“Thinking will not overcome fear, but action will.” – W. Clement Stone

I was invited by Explore Careers to speak in front of 250 guests at their Sydney event. This event was held at the Ivy Ballroom and to say that I was nervous, would be an understatement.

Like many other individuals, public speaking has always been a fear of mine. I know that I’m not alone in this as according to Forbes Magazine, the number one fear for the average person is public speaking. The second fear is death. This means, that most people would rather die than give a speech in front of a crowd.

The thought of getting up and speaking in front of a large crowd is enough to make my stomach churn. But at some point, I realised that if I wanted to be able to achieve my goals and my dreams, I would need to work on overcoming this fear. In light of my recent speech, I thought it would be timely to share with you the 5 actions I’ve taken to overcome this fear:



One of the most important elements of giving a great speech is being prepared. If you are anything like me, you may not be the kind of speaker who can necessarily get up on stage and just ‘wing it.’ If the thought of giving a speech in public makes you feel physically ill, then I would suggest that you don’t simply leave it up to chance and that you put the necessary time aside to prepare, practice and rehearse.

Spend time rehearsing in front of a mirror and then, you can begin practicing in front of friends and family. Ask and be open to feedback, as often the slightest changes can make the biggest impact.



The most important and impactful investment I’ve ever made is the investment I’ve made in myself. If you want to improve at a particular skill, whether it be public speaking or anything else, you need to be willing to invest your time and resources.

Around 12 months ago, I recognised that public speaking was something I needed to work on in order to achieve my goals. I sought a private coach and as uncomfortable as it was for me, spent my time working on this skill in 1:1 sessions. My coach recorded me speaking, and then played it back to me, providing specific feedback on the things I could do to improve – from the tone of voice to speed, stance, hand gestures and everything in between. The feedback this coach provided me was invaluable, and something which has given me confidence in my personal and professional endeavours.



I have spent countless hours watching TED talks and other inspirational or business speeches. I spend time carefully observing the body language, tone and style of the speakers whom I have found to be the most engaging and impactful. When I watch these talks, I am often paying attention to verbal and non-verbal cues, and thinking about how I can adopt and apply these to my own talks.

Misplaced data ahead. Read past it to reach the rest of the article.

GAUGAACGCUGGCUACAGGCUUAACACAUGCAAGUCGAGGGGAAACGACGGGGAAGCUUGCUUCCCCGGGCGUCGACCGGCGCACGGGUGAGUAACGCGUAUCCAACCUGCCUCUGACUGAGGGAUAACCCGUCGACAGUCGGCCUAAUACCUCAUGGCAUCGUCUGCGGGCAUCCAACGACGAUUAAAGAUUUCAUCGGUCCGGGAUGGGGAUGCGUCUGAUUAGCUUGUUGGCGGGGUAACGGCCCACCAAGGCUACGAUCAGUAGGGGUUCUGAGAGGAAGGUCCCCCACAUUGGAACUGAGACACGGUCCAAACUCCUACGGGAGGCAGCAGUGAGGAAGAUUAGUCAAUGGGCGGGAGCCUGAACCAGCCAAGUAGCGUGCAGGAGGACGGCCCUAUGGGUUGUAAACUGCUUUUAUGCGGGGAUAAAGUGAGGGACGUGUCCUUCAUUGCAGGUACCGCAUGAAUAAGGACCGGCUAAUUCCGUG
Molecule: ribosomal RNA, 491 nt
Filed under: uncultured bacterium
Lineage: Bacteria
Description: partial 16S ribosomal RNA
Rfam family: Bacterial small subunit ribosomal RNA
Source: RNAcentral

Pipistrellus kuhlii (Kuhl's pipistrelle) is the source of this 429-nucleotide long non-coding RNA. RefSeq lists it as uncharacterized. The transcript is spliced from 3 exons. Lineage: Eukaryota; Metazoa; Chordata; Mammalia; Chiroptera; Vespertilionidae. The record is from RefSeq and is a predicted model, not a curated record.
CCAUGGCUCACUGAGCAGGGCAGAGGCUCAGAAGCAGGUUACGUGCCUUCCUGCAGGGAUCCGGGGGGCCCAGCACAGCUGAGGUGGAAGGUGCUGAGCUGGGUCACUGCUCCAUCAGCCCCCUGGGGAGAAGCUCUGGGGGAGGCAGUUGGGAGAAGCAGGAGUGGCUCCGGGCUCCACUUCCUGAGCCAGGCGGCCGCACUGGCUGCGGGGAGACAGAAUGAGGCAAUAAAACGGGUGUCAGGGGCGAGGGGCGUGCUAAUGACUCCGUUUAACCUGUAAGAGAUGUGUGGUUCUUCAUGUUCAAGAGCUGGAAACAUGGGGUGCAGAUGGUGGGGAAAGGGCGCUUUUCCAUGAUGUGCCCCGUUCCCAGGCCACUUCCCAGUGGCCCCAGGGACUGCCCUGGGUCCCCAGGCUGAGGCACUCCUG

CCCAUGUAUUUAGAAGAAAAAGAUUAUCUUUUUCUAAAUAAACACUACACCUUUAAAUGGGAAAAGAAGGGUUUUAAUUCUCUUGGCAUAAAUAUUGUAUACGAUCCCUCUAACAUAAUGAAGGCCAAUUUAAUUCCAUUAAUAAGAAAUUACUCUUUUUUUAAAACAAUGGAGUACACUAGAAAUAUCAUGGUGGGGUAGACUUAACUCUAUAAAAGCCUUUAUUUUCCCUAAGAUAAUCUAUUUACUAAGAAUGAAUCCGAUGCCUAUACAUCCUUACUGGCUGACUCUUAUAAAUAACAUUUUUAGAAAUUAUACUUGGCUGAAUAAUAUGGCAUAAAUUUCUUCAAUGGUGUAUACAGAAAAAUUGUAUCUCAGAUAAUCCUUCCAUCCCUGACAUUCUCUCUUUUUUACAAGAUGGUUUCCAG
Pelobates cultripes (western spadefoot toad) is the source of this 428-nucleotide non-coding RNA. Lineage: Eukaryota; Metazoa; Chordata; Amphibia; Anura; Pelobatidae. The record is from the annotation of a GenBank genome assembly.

Constantly look for new sources of information and make it a point to watch speeches, not only for the purpose of absorbing content and new ideas but also how you can present yourselves in these kinds of situations.



Just like learning any other new skill, practice makes perfect. If you wanted to become a professional tennis player, for example, you wouldn’t simply show up to a tournament and hope for the best. You would spend time practicing and may even consider hiring a coach to improve your skills.

This same principle applies to public speaking. If you want to be able to deliver a great speech, you need to be willing to say yes to opportunities as they present themselves. Recognise that just like any other skill, practice makes perfect.



After reading the book by Susan Jeffers, I’ve learned that sometimes you just need to feel the fear and do it anyway By adopting this practice, it has enabled me to stop, take a moment to acknowledge that I am fearful of the situation, and then go ahead and say yes anyway.

Mel Robbins has a similar take on this, called ‘The 5 Second Rule.’ When you feel yourself hesitate before you do something that you know you should do, count 5-4-3-2-1-GO and move towards action.

These simple strategies can be really effective when pushing yourself to put yourself out there and learning to say yes.


This article originally appeared in Boss in Heels and has been republished with permission. 

About the author

Lara is the brains behind Boss in heels. What initially started as a passion project after receiving loads of queries and requests for advice, has turned into a personal branding blog. Lara is a psychology graduate and has spent the last 10+ years establishing her career as a Head of Human Resources. Through investing in her own personal development and dedicating years to self-learning, she aims to share her insights, experiences and lessons through her blog. Her passion and purpose in life is to help people realise their full potential and become the best version they can possibly be.

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